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Two bowl barrows in Knight's Wood, 460m south-east of White House Farm: part of Seven Hills barrow cemetery

List Entry Summary

This monument is scheduled under the Ancient Monuments and Archaeological Areas Act 1979 as amended as it appears to the Secretary of State to be of national importance. This entry is a copy, the original is held by the Department for Culture, Media and Sport.

Name: Two bowl barrows in Knight's Wood, 460m south-east of White House Farm: part of Seven Hills barrow cemetery

List entry Number: 1011538

Location

The monument may lie within the boundary of more than one authority.

County: Suffolk

District: Suffolk Coastal

District Type: District Authority

Parish: Nacton

National Park: Not applicable to this List entry.

Grade: Not applicable to this List entry.

Date first scheduled: 30-Nov-1925

Date of most recent amendment: 04-Nov-1993

Legacy System Information

The contents of this record have been generated from a legacy data system.

Legacy System: RSM

UID: 21282

Asset Groupings

This list entry does not comprise part of an Asset Grouping. Asset Groupings are not part of the official record but are added later for information.

List entry Description

Summary of Monument

Legacy Record - This information may be included in the List Entry Details.

Reasons for Designation

Bowl barrows, the most numerous form of round barrow, are funerary monuments dating from the Late Neolithic period to the Late Bronze Age, with most examples belonging to the period 2400-1500 BC. They were constructed as earthen or rubble mounds, sometimes ditched, which covered single or multiple burials. They occur either in isolation or grouped as cemeteries and often acted as a focus for burials in later periods. Often superficially similar, although differing widely in size, they exhibit regional variations in form and a diversity of burial practices. There are over 10,000 surviving bowl barrows recorded nationally (many more have already been destroyed), occurring across most of lowland Britain. Often occupying prominent locations, they are a major historic element in the modern landscape and their considerable variation of form and longevity as a monument type provide important information on the diversity of beliefs and social organisations amongst early prehistoric communities. They are particularly representative of their period and a substantial proportion of surviving examples are considered worthy of protection.

The two contiguous barrows 460m south-east of White House Farm are components of one of the best examples of a round barrow cemetery in Suffolk. Most such cemeteries developed over a considerable period of time, often many centuries, and in some cases acted as a focus for burials as late as the early medieval period. They exhibit considerable diversity of burial rite, plan and form, frequently including different types of round barrow and, wherever large scale investigation beyond barrows has been undertaken, revealing contemporary or later 'flat' burials between the barrow mounds. The two barrows survive well and will retain important archaeological information. Evidence concerning their construction, the relationship between them, the manner and duration of their use, and also the local environment, at and prior to the time of their construction, will be preserved in the mounds and in the soils buried beneath them. Seven Hills cemetery is part of a larger group of round barrows and circular ditched enclosures which extend in a line to the south-east, over a distance of 3km, to Levington Heath. The former parish boundary between Nacton, to the south, and Bucklesham and Foxhall, to the north, follows the same line, showing a relationship which is of particular interest for the study of the prehistoric and medieval landscape history of the area.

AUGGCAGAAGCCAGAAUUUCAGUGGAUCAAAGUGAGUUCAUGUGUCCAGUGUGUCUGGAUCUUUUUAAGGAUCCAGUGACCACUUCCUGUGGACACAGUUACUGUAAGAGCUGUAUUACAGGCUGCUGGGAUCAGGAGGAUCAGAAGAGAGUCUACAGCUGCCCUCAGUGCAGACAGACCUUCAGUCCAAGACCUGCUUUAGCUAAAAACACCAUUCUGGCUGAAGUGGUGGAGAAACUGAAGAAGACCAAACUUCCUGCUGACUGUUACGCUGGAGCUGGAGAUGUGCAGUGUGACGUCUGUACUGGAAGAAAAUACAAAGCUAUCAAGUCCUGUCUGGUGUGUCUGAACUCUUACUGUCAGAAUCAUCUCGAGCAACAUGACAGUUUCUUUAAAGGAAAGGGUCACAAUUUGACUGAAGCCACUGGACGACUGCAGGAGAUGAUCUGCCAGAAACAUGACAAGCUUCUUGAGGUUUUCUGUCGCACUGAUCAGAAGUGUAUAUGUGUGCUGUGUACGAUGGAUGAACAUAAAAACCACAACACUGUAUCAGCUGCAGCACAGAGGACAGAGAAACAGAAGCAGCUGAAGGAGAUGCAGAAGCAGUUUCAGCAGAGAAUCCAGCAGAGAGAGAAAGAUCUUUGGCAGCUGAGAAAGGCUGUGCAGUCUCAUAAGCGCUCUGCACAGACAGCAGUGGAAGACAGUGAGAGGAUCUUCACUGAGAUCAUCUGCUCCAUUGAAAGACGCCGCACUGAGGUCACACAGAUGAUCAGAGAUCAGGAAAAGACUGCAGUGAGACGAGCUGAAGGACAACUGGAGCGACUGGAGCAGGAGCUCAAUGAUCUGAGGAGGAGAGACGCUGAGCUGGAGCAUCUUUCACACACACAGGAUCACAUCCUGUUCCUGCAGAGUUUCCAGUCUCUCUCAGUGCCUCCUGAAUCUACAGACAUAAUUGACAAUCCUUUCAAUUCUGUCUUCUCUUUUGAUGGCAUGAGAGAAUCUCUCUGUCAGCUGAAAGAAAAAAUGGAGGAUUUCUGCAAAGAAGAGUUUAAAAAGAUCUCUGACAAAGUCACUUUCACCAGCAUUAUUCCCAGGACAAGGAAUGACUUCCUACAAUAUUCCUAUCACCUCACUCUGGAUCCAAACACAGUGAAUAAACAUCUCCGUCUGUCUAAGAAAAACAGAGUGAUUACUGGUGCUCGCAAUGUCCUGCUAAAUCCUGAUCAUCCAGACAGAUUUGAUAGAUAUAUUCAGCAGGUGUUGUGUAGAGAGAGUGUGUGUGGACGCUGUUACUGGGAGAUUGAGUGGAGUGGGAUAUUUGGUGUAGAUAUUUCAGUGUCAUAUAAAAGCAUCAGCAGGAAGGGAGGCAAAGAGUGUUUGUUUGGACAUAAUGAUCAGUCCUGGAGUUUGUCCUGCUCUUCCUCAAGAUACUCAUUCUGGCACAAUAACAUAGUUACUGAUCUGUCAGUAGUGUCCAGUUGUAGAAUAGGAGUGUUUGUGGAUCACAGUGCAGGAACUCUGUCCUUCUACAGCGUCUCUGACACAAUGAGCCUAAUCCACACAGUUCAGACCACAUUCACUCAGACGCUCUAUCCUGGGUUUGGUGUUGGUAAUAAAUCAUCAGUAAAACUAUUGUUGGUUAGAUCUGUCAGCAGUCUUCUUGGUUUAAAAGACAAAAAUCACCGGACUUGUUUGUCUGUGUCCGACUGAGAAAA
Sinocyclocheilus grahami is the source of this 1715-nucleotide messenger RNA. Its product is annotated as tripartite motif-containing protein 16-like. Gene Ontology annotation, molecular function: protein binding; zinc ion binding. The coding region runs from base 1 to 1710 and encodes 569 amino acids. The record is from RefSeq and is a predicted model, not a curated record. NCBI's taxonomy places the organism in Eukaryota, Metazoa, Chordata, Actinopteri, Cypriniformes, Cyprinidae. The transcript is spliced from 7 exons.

History

Legacy Record - This information may be included in the List Entry Details.

Details

The monument includes two contiguous bowl barrows within Seven Hills barrow cemetery, adjacent to and overlooking the A45 in a narrow belt of woodland between the A1156, to the north, and the Ipswich-Felixstowe railway line to the south. The barrows are visible as earthen mounds in a south-east to north- west alignment, the first standing to a height of 1.2m and the second to a height of 1.6m, covering overlapping circular areas which measure c.22m and 26m in diameter respectively. The combined length of the two barrows on the south-east to north-west axis is c.46m. They lie c.40m north-west of the most densely clustered group of barrows in the cemetery.

MAP EXTRACT The site of the monument is shown on the attached map extract. It includes a 2 metre boundary around the archaeological features, considered to be essential for the monument's support and preservation.

Selected Sources

Books and journals
Wodderspoon, J, Memorials of Ipswich, (1850)
Other
Suffolk SMR ACQ30, 31,

National Grid Reference: TM 22282 41318

Map

Map
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The above map is for quick reference purposes only and may not be to scale. For a copy of the full scale map, please see the attached PDF - 1011538 .pdf

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This copy shows the entry on 18-Nov-2017 at 04:56:53.

End of official listing